Under the rubric of ‘liberal’ approaches, I am, of course, subsuming a number of interpretations which are often at odds with one another—sometimes quite sharply so—and yet display a common basic framework. One characteristic feature is their paucity of theorizing about the nature of the state, about its relationship to economics, or the autonomy of the political executive. There is generally an implicit assumption that the political sphere in any system enjoys a primacy over economics, that state executive power is autonomous, and that there is normally a clear divide between the public and private domains. In this perspective, the role of leading actors on the political stage develops an extreme significance, so that in the case of the Third Reich, Hitler becomes the central focus of attention, while explanations of the character of Nazi rule revolve around the Führer’s intentions, ideological convictions and dictatorial control. Correspondingly, economic developments in the Third Reich are seldom accorded a leading importance, or even systematically explored.

Insofar as any theoretical position is adopted, this is almost invariably dependent upon the concept of totalitarianism. Thus Karl-Dietrich Bracher, while consistently and vehemently rejecting the notion of Nazism as a branch of generic fascism, on the grounds that the uniqueness of Nazism lay in the person and ideology of Hitler and that in the end only Hitler’s Weltanschauung mattered, is nevertheless adamant that techniques of rule point to a basic similarity with the Soviet state.footnote4 Klaus Hildebrand, who has adopted a similar perspective in his numerous writings,footnote5 has not surprisingly taken a conservative position in the recent Historikerstreit, emphasizing the merits of comparisons between Nazism and Bolshevism.footnote6 From a different starting-point, that of a biography of Hitler (in which economic matters scarcely figured at all), Joachim Fest has also advanced the virtues of a conservative totalitarianism position in the Historikerstreit.footnote7 The linkage of the Hitlerite specificity of Nazism to totalitarianism theory amounts, in our context, to saying that the singularity of the Nazi State can be attributed to the ideology of its leader and the policies which flowed from that, while its exceptionality was that of a species of state called ‘totalitarian’ and distinguishable in its instruments of rule by features which also characterized the Soviet Union, particularly under Stalin.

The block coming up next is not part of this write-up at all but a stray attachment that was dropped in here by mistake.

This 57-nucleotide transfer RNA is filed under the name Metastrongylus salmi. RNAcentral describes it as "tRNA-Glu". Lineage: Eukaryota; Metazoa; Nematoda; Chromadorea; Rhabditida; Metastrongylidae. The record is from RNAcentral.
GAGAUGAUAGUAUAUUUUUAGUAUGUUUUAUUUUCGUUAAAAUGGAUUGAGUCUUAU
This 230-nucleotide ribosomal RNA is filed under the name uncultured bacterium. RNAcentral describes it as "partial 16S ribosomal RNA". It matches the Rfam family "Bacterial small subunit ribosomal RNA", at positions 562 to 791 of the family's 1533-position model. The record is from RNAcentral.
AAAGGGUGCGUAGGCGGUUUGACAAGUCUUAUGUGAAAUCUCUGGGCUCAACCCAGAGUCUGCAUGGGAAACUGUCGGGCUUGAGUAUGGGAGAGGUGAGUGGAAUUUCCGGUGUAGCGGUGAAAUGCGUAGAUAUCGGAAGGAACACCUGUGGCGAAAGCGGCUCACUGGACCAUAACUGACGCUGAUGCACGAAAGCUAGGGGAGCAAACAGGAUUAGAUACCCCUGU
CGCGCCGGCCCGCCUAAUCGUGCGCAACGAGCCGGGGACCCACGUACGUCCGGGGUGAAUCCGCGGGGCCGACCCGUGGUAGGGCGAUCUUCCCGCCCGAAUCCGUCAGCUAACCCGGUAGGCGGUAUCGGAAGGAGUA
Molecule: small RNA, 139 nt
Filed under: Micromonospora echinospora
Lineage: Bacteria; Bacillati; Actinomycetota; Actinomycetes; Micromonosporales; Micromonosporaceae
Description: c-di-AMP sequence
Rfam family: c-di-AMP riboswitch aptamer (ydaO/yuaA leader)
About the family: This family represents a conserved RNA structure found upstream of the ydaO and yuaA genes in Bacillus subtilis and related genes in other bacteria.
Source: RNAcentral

The limitations of this cluster of approaches seem self-evident. The pronounced Hitler-centrism means a level of autonomy for the factor of personality which either reduces any non-personal components of an explanation to supernumerary significance, or at best elevates the realm of ideology to a plane wholly detached from socio-economic forces and operating as a complete independent variable. As soon as one begins to question, as empirical evidence allows one to do,footnote8 whether the personalized ideological vision of Hitler adequately accounts for the appeal of Nazism or the motivation of its mass following in the period of its astounding growth and consolidation of power, the explanatory weakness of the personality-based liberal interpretation is exposed. This seems evident even if one accepts the bald assertion of the primacy of politics, and the consequent ignoring or playing down of economic and social factors.